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'Headed in the right direction'

Unlike Md.'s last Republican governor, Larry Hogan shows he knows how to make a deal.

When you elect as governor someone who has spent his life in real estate, you expect he knows how to make a deal. Gov. Larry Hogan's response to the House Appropriations Committee's significant re-writing of his budget proposal suggests that may prove to be the case. Mr. Hogan wanted to eliminate Maryland's persistent gap between projected spending and revenues — the so-called "structural deficit" — entirely and forever in his first year. In a unanimous, bi-partisan vote, the House committee advanced a proposal Friday that gets about 75 percent of the way there while providing funds to reverse some of the governor's cuts to education, employee salaries and other worthy causes. Though he's not declaring victory yet, Mr. Hogan is giving every indication that he'll take three-quarters of a loaf.

That's an important sign for those reading the tea leaves for how the next four years of divided government are going to play out. Maryland's last Republican governor, Robert L. Ehrlich Jr., had a tendency to declare war in such situations, but although Mr. Hogan has made some stylistic missteps in his first weeks in office, this was an important indication that he can be effective in working with the legislature to achieve his goals. For all the changes the Appropriations Committee made, this budget proposal still moves the state in a direction it likely would not have gone had Mr. Hogan not been elected.

Credit, too, goes to House Speaker Michael E. Busch and Appropriations Chairwoman Del. Maggie McIntosh who took up the challenge of finding a way to restore some critical priorities of Democrats — and ones Mr. Hogan said he wasn't keen on cutting either — like public education and state worker raises while keeping more or less within the governor's framework. The committee's decision to monkey with a plan to pay extra into the state employee pension fund is unfortunate and will cost the state in the long run. We're with Mr. Hogan and Comptroller Peter Franchot in objecting to that decision. But it's also worth noting that the plan the House settled on isn't quite as bad as the one the Department of Legislative Services initially suggested, and it is also only one part of the spending cuts the committee approved.

In all, the Appropriations Committee found nearly $300 million in spending reductions not included in the governor's proposal. The largest part of that comes from assorted reductions to the Medicaid program — not something Democrats are typically eager to cut. The committee agreed to forego the repayment of Program Open Space funds diverted during the Ehrlich administration, and it signed on to most of Mr. Hogan's proposed cuts to community colleges and private institutions of higher education. The legislature is subjecting itself and the judiciary to the same 2 percent across-the-board spending cuts the Hogan administration adopted for executive agencies.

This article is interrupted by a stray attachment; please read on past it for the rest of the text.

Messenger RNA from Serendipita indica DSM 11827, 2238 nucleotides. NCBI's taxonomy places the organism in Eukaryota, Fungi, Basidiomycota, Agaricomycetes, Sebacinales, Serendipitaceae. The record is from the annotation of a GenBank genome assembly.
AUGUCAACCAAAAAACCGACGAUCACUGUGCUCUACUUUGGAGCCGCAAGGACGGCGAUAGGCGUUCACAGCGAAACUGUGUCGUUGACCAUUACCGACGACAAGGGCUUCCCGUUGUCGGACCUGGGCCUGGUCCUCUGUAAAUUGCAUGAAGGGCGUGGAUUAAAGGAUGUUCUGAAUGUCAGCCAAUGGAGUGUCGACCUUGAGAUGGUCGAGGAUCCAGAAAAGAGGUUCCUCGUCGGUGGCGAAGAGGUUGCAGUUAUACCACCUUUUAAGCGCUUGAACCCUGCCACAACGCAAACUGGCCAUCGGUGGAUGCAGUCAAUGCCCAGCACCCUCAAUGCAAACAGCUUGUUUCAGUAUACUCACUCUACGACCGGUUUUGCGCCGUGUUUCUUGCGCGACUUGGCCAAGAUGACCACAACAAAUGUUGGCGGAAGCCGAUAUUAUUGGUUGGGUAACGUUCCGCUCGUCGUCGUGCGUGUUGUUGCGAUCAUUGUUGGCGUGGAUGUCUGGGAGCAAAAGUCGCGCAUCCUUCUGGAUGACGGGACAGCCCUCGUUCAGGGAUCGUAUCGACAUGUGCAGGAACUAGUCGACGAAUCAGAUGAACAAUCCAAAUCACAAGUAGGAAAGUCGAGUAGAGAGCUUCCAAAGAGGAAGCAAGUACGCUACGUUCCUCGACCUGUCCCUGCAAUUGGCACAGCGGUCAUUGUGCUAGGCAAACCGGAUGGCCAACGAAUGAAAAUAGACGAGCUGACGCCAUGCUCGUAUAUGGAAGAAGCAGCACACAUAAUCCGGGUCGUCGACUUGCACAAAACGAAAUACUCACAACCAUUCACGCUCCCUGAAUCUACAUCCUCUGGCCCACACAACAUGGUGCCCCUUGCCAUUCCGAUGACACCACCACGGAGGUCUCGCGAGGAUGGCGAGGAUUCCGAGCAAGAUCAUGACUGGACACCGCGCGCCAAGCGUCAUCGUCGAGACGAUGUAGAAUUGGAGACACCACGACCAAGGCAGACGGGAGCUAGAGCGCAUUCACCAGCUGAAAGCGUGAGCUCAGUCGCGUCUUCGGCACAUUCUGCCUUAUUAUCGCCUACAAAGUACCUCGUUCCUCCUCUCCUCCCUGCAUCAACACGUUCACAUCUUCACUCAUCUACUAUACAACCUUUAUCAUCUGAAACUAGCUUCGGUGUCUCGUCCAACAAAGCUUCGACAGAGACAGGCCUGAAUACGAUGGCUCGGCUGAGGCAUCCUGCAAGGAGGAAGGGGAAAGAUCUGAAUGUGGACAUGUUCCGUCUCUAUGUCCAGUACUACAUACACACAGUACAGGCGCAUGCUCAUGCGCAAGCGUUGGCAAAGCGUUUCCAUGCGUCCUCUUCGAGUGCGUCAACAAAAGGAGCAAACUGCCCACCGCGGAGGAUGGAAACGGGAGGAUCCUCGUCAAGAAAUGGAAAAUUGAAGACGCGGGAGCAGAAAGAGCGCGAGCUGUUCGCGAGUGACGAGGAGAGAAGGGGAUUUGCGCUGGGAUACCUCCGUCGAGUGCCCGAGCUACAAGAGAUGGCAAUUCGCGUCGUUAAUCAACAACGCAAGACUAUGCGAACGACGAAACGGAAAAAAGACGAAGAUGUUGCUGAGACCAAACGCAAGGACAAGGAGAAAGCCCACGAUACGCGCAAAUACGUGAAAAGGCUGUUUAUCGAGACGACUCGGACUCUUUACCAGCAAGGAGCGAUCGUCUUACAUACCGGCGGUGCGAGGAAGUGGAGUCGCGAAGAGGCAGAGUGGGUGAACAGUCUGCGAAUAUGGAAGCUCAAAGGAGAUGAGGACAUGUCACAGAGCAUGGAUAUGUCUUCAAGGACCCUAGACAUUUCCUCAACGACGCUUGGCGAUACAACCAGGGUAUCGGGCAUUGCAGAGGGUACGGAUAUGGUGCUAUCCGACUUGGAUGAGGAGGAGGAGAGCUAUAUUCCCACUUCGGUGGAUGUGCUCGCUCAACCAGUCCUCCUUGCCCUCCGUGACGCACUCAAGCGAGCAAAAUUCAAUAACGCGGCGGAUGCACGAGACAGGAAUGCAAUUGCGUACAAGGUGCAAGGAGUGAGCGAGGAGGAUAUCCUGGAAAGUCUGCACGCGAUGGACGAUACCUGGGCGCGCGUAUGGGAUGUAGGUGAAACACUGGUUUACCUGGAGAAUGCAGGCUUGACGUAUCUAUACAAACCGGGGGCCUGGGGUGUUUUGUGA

On the campaign trail and since being elected, Mr. Hogan has presented himself not as an ideological warrior so much as a mathematical one. His said his decision to eliminate cost-of-living increases for state workers was not because he has some animus against them but because the state didn't have the money. He said he would love to fully fund K-12 education, which polls have indicated is the top priority of voters in the state, if legislators could find alternative cuts that kept the state on sound fiscal footing. His statement Friday night — that he had concerns about some of the committee's actions but felt matters were generally "headed in the right direction" — showed that he meant it.

Mr. Hogan also said that "the budget process will not be completed without meaningful discussion on the many tax relief measures our administration has introduced for struggling Maryland families, small businesses, retirees, and veterans." We beg to differ. We certainly don't object to tax cuts if they can be fairly targeted and paid for responsibly. But Mr. Hogan repeatedly said on the campaign trail that talk of tax cuts should wait until the state's finances are stabilized. We got a no-news-is-good-news report on Maryland finances this month when the Board of Revenue Estimates declined to revise its December forecast of state tax receipts, but given the repeated write-downs of the last year, we're not so confident that the budget will stay balanced now and forever more.

In addition, the General Assembly's commission on business competitiveness, which has already produced a set of recommendations that has been well received by both parties, is due to produce a report on the state's tax structure. We should wait to hear what it says. If we're going to cut taxes, we should do it in a comprehensive way that makes the state stronger, rather than just helping a few favored groups.

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